Bach to the future
Northwest Bach Festival will hit high notes from several legendary composers spanning five centuries
Bach is back in Spokane, and he is not alone. The 31st Northwest Bach Festival lineup includes music by composers stretching from the 17th to the 21st centuries.
The festival opens a four-concert series Friday with a harpsichord and piano recital by Mark Kroll at the Davenport Hotel, followed by a recital Saturday at St. Augustine’s Church by organist James David Christie.
Next week’s festival events include a concert of chamber music Tuesday and a festival finale of vocal and orchestral music on Jan. 31, both at St. John’s Cathedral.
Connoisseur Concerts refers to this year’s festival as “Bach – Before and Beyond,” acknowledging artistic director Gunther Schuller’s desire to show Bach’s music in a larger context.
Schuller, who has had a connection with musical life in Spokane since he was conductor of the Spokane Symphony in 1984, has been the artistic director of the Bach Festival Festival since 1993.
The long string of awards he has received include a Pulitzer Prize and a MacArthur Foundation “Genius Grant.” As he was packing for his annual return to Spokane, Schuller was presented with the Commonwealth Award for Individual Achievement by the state of Massachusetts.
“We’ve always played music by other composers than Johann Sebastian Bach,” Schuller said in a telephone interview from his home near Boston. “But they have mainly been members of the Bach family or famous Bach contemporaries like Telemann and Handel or Rameau and Lully.
“The repertoire of the baroque period is immense. But most listeners don’t know the names of most of those composers, let alone their works.”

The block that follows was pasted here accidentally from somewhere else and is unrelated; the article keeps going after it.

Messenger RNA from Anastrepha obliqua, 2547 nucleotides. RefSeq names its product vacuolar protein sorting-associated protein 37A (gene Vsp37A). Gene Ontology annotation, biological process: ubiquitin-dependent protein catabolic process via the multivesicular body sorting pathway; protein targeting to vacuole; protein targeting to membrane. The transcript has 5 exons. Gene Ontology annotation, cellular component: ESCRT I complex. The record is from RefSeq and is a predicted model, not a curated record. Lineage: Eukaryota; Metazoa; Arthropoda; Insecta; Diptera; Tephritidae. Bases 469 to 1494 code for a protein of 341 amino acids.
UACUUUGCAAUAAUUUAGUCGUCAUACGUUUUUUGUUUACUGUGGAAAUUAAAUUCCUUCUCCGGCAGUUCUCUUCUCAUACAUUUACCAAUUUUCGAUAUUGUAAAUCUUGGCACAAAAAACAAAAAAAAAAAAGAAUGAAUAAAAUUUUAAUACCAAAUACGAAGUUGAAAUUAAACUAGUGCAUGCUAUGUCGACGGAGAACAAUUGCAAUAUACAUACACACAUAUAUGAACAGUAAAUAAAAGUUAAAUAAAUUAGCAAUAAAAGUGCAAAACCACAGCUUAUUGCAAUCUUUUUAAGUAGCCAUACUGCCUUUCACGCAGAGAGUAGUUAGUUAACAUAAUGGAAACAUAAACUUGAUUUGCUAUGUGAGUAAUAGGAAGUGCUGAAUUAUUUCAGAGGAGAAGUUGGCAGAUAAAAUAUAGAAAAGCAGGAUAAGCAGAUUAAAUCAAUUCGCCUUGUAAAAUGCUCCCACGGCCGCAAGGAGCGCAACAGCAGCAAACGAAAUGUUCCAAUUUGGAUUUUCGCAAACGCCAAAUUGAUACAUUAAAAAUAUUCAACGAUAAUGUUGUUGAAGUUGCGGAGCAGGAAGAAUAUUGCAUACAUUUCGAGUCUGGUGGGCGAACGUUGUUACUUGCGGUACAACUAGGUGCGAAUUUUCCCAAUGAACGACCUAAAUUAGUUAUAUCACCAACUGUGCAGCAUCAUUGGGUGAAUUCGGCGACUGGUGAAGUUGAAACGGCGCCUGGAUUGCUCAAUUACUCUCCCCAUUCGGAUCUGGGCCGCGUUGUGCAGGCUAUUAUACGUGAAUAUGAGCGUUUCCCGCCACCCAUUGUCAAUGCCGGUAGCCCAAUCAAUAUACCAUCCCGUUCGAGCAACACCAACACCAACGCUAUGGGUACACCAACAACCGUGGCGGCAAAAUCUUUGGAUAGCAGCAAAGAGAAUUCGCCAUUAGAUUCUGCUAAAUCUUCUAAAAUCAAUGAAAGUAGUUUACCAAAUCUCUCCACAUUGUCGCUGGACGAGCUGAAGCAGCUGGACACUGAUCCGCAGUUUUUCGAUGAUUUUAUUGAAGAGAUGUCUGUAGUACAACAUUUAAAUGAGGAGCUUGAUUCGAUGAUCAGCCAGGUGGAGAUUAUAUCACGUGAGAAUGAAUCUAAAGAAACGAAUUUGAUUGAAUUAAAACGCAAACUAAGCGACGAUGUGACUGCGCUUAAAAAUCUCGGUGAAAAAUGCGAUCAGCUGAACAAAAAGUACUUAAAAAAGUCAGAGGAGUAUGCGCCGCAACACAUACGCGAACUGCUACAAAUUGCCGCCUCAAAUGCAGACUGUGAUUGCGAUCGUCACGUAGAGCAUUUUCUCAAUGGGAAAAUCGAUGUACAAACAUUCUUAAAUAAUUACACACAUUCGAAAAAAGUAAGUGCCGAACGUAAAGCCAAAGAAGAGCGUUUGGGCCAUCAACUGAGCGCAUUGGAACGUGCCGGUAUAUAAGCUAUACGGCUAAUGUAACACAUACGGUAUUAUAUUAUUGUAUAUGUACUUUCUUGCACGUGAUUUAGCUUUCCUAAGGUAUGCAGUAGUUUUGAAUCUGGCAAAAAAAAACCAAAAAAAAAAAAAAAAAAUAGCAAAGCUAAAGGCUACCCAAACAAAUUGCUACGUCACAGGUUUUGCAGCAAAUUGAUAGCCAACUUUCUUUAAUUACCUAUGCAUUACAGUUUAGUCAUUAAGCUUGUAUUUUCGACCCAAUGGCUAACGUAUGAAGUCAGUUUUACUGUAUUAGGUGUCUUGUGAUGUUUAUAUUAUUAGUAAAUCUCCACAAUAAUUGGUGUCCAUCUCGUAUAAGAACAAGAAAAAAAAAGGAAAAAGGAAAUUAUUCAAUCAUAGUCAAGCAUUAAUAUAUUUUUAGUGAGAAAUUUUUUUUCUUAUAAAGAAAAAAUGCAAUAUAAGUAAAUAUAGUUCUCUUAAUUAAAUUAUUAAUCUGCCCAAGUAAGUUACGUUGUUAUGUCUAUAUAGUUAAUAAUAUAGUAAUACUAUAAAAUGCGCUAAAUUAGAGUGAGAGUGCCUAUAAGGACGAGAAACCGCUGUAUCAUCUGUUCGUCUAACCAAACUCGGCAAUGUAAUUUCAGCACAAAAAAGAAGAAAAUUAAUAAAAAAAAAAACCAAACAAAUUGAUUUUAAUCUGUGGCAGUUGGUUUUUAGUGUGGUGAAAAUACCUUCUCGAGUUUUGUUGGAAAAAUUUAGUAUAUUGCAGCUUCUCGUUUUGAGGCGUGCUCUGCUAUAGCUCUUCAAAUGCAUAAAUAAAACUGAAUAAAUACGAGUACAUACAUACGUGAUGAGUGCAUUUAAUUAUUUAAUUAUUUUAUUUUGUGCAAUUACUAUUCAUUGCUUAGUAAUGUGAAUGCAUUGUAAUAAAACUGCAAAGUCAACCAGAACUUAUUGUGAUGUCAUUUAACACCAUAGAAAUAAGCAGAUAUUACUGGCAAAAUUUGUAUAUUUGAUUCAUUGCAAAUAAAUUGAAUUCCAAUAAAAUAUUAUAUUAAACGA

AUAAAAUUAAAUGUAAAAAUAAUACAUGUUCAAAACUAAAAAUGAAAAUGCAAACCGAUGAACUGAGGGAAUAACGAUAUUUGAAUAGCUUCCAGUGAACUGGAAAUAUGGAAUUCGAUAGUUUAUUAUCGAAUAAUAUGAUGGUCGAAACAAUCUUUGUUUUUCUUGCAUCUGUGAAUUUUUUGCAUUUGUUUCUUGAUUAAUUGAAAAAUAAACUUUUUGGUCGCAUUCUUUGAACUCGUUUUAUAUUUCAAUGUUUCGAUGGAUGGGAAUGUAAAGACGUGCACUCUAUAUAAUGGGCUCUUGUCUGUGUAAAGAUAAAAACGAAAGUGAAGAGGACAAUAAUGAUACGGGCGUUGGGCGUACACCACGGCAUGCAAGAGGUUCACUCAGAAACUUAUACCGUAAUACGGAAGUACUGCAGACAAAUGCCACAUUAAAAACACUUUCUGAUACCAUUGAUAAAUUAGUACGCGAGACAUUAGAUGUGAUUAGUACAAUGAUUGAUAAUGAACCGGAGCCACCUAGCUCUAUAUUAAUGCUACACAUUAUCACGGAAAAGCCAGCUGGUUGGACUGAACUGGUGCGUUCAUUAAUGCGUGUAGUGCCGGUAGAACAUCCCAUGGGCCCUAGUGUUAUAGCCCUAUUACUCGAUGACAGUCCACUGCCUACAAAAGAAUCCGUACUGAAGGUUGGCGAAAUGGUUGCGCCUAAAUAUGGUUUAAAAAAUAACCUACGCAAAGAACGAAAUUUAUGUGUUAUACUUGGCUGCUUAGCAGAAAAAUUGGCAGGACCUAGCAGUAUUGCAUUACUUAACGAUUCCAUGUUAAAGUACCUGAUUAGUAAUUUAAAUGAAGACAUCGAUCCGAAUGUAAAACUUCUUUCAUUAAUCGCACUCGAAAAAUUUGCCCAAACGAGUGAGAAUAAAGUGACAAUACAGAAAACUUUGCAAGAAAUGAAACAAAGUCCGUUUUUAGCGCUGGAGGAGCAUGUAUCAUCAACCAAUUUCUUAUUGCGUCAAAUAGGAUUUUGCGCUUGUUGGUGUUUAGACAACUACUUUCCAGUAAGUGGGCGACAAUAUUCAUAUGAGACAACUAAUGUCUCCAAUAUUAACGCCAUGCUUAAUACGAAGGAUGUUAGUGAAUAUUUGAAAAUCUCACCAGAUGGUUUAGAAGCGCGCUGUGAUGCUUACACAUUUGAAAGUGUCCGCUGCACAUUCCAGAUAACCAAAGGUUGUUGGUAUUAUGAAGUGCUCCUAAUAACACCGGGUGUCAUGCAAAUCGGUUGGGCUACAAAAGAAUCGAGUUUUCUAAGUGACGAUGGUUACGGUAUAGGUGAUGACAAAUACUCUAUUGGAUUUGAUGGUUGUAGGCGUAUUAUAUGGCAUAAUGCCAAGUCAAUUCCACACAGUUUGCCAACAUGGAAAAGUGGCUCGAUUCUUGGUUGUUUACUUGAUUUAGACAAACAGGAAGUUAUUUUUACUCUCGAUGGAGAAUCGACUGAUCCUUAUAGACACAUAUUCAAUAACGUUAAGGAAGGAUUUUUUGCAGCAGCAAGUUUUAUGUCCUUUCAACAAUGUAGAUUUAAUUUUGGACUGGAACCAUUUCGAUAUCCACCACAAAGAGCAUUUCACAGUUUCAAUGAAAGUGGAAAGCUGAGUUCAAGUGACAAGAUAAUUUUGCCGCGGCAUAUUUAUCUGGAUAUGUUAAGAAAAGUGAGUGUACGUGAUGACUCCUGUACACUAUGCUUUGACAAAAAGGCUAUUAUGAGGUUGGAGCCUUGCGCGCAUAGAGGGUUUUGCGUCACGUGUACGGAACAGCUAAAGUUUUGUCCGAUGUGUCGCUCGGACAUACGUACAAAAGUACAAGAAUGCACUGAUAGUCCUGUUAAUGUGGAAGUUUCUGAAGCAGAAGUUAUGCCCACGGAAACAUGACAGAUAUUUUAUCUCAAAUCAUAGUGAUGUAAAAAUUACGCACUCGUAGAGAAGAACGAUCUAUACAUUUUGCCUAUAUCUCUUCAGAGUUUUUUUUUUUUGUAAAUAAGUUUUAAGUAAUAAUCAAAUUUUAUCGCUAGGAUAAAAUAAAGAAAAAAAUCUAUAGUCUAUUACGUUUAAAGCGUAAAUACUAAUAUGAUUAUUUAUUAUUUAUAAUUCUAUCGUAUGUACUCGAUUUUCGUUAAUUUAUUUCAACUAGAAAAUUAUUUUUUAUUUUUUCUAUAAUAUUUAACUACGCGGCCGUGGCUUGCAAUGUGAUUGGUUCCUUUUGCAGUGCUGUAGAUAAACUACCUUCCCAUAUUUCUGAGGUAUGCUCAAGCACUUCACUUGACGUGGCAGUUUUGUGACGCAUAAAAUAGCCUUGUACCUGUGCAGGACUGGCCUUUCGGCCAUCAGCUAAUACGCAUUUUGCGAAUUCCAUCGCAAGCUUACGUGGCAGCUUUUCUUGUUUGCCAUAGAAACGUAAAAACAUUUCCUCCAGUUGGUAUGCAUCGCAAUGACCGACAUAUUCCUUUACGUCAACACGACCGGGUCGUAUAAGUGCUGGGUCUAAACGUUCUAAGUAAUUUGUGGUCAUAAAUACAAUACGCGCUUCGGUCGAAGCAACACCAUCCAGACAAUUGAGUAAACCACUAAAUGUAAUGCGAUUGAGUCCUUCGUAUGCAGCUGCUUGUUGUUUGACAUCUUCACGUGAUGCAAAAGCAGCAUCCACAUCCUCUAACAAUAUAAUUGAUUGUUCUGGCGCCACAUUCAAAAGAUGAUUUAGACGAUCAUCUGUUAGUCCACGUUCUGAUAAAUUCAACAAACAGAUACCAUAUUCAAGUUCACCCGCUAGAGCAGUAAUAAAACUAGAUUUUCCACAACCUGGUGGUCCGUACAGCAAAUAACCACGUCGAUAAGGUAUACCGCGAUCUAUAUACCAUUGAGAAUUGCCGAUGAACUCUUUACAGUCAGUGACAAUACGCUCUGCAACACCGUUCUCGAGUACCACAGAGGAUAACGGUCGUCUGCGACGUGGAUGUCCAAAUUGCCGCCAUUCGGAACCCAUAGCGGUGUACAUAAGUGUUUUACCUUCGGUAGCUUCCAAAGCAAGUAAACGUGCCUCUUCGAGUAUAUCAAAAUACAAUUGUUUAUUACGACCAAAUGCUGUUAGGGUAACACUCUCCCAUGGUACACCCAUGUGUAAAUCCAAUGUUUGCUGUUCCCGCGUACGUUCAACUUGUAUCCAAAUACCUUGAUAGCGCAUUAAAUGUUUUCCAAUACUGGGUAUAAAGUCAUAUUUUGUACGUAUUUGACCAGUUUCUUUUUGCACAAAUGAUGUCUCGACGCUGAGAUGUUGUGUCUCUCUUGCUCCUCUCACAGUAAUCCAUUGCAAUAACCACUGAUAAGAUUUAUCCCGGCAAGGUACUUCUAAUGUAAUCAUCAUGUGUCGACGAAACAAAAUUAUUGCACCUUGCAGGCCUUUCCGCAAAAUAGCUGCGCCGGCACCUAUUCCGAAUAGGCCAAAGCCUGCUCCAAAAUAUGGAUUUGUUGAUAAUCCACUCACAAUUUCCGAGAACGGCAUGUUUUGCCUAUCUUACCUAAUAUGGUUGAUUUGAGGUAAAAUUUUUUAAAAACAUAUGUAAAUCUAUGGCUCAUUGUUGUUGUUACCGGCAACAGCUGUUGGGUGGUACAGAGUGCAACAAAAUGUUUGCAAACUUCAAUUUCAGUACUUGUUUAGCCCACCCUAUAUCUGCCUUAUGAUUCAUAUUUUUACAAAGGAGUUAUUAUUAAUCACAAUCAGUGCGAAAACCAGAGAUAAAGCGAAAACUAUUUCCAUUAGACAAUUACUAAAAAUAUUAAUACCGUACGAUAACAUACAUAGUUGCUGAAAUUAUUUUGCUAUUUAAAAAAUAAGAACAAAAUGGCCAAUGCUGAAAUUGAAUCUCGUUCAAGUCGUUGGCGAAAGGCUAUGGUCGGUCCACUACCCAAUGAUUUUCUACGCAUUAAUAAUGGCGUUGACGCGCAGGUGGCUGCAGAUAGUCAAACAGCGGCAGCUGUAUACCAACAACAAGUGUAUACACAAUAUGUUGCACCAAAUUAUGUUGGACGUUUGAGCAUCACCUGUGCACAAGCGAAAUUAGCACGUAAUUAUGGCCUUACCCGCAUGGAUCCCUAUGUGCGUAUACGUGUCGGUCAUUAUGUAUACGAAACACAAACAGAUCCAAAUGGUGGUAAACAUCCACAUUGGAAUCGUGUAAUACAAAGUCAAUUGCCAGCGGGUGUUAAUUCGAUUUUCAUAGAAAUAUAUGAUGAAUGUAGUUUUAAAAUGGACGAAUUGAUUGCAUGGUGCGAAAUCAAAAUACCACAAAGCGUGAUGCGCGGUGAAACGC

In addition to famous works by Bach, Schuller’s programs this year include pieces by composers as early as Bach’s famous predecessor, Heinrich Schütz, and as late as the early 20th-century organist Max Reger.
“There will even be one piece composed just two years ago by our organist Jim Christie,” Schuller says.
Kroll’s opening recital will feature two of Bach’s best-known harpsichord works: the Fantasy and Fugue in C minor and the Chromatic Fantasy and Fugue in D minor.
Along with the Bach pieces, Kroll has programmed a set of variations for harpsichord by Alessandro Scarlatti as well as piano works by Mozart, Hummel and Beethoven.
This is Kroll’s third year with the Bach Festival. He is professor emeritus of music at Boston University and the author of a recently published biography of J.N. Hummel, who was a pupil of Mozart, a friend and rival of Beethoven, and a great advocate of Bach’s music in the 19th century.
Christie, artist-in-residence and college organist at The College of the Holy Cross in Worcester, Mass., and professor of organ at Oberlin Conservatory of Music, also has appeared several times at the Bach Festival.
His program for Saturday is made up of passacaglias by composers from the 17th century through his own, and includes Bach’s famous Passacaglia in C minor.
“We call our concert next Tuesday ‘The Bach Continuum in Chamber Music,’ ” Schuller says of the festival’s third performance.
It not only includes Bach’s famous Third Brandenburg Concerto and two of his sonatas, but also two pieces by his French contemporaries, Jean-Féry Rebel and Michel Corrette.
“I guarantee you, Rebel’s ‘Le cahos’ that we’re opening with will amaze everyone,” Schuller says. “It was written in 1737, but there is nothing at all like it until centuries later.”
The finale concert Jan. 31 will feature the Bach Festival Chorus and Orchestra in short works by Schütz, two of Bach’s cantata settings of the text “Was Gott tut, has ist wohlgetan,” and Mozart’s Solemn Vespers.
Soloists for the finale will include soprano Janet Brown, mezzo soprano Krista River, tenor Rockland Osgood and baritone Donald Wilkinson.
Each of the festival concerts will be preceded by a talk by Schuller or by Eastern Washington University musicologist Jane Ellsworth.